Subject: some sort of hornet?
Location: Missouri, United States
May 10, 2014 8:16 pm
lately I’ve been flipping over old rotten wood pieces and finding a hornet like this nestled into the wood. I don’t see these flying around or anything and they don’t look like any hornet I’ve googled, so I was hoping you could help out!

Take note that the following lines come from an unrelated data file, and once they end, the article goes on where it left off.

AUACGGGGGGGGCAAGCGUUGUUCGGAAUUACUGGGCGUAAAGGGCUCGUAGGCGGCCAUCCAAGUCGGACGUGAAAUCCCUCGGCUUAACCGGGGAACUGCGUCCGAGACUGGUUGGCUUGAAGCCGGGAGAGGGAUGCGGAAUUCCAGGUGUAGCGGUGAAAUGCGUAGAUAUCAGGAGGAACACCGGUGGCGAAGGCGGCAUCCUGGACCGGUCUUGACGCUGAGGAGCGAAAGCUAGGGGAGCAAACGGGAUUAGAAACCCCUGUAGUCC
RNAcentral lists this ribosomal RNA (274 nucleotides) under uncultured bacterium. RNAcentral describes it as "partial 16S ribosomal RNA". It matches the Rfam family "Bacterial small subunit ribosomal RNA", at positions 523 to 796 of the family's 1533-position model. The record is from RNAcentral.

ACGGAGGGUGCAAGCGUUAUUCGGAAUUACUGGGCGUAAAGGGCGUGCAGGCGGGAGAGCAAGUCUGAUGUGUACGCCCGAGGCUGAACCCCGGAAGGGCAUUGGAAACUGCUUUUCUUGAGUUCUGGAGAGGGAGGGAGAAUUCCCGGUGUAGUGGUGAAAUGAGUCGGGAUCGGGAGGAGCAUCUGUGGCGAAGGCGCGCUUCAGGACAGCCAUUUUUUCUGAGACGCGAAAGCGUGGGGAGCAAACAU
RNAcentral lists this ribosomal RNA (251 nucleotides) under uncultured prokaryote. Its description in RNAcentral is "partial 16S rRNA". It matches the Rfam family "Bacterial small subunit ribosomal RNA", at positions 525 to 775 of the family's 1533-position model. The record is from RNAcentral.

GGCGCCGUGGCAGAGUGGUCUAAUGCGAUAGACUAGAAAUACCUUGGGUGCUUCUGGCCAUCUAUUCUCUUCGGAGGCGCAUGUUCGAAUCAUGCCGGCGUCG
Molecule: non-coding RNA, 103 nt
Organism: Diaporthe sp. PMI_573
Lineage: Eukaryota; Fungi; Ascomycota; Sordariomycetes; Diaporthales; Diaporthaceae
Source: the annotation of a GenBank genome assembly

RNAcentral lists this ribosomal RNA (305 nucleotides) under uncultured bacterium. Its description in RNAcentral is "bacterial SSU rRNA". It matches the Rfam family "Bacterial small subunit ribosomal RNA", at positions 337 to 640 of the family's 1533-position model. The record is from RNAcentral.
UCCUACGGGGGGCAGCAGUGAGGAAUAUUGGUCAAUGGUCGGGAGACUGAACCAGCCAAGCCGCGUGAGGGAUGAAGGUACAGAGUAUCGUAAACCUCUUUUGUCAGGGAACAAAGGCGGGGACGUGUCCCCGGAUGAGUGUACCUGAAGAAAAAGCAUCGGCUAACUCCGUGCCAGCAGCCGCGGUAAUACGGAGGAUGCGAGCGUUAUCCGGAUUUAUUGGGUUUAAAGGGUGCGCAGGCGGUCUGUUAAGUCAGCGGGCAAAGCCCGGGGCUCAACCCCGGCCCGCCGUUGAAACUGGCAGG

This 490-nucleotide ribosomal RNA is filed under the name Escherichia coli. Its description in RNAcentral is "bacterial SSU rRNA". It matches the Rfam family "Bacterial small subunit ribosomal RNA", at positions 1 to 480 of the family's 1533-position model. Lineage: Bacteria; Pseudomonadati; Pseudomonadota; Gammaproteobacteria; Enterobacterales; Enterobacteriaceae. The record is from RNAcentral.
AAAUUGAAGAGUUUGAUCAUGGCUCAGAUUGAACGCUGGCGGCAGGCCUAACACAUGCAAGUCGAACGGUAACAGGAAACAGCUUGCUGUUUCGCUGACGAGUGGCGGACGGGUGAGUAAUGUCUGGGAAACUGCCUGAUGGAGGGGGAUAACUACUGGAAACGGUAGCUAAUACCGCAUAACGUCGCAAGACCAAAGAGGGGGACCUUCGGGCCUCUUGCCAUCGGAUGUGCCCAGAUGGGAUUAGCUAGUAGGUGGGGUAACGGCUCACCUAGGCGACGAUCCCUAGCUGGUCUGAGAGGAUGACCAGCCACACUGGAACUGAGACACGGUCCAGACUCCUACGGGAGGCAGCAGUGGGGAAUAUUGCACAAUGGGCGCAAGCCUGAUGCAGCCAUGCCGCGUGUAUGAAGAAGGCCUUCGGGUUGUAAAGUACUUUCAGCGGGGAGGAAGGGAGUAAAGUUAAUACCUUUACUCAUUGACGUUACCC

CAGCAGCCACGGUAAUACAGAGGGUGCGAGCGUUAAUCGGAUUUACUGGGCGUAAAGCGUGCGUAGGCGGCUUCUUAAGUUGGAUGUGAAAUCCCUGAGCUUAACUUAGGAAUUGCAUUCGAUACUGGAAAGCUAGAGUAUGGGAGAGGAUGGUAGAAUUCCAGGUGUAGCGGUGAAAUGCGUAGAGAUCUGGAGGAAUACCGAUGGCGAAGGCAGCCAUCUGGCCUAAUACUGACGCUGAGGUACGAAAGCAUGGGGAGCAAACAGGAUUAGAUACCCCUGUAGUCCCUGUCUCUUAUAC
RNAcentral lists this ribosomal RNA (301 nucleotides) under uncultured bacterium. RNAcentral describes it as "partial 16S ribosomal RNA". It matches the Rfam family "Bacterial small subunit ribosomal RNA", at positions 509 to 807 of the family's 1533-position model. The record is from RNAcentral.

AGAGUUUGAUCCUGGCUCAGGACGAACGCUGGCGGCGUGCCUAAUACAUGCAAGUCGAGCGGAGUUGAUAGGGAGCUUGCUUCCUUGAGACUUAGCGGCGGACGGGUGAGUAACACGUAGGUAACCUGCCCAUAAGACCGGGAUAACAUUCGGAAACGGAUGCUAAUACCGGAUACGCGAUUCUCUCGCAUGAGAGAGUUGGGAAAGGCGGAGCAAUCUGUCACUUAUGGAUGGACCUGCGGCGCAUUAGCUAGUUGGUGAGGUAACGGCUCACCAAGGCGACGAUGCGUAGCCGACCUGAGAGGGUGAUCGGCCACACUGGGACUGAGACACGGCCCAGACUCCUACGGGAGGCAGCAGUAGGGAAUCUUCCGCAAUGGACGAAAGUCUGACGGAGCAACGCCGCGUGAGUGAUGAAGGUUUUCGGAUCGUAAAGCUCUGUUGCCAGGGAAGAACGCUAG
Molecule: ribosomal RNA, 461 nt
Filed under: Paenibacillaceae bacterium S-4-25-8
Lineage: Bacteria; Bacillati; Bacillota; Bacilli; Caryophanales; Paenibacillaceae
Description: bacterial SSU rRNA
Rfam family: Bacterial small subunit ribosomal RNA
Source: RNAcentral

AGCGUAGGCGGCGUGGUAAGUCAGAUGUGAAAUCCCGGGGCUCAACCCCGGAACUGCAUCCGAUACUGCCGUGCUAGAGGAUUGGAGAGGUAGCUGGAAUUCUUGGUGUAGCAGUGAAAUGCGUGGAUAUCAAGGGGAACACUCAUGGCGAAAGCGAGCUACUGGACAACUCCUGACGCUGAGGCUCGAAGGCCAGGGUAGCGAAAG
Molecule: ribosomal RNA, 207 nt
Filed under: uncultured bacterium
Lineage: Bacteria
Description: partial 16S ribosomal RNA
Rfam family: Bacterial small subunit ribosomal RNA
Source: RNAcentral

This is a Southern Yellowjacket, Vespula squamosa, and we believe it is a queen whose winter hibernation you have interrupted. According to BugGuide: “Queens are facultative temporary social parasites, and frequently usurp established young nests of other yellowjacket species, usually V. maculifrons. There are also records of this species utilizing V. vidua and V. flavopilosa as hosts. The queens are extremely large and robust for a yellowjacket, a trait which surely helps them to overpower and kill the host queens of the colonies they usurp. A study in Georgia found that about 80% of V. squamosa colonies began by usurpation of a V. maculifrons colony. Facultative temporary social parasitism means that the species may parasitize other species, but is still capable of founding its own colonies, and it retains a worker caste. After killing the host queen, the squamosa adopts the nest and host workers, who raise her offspring. The colony eventually becomes pure squamosa as the original host workers die off.” BugGuide also states: “This species emerges in spring later than its frequent host, Vespula maculifrons, so that there are numerous young colonies available for usurpation.”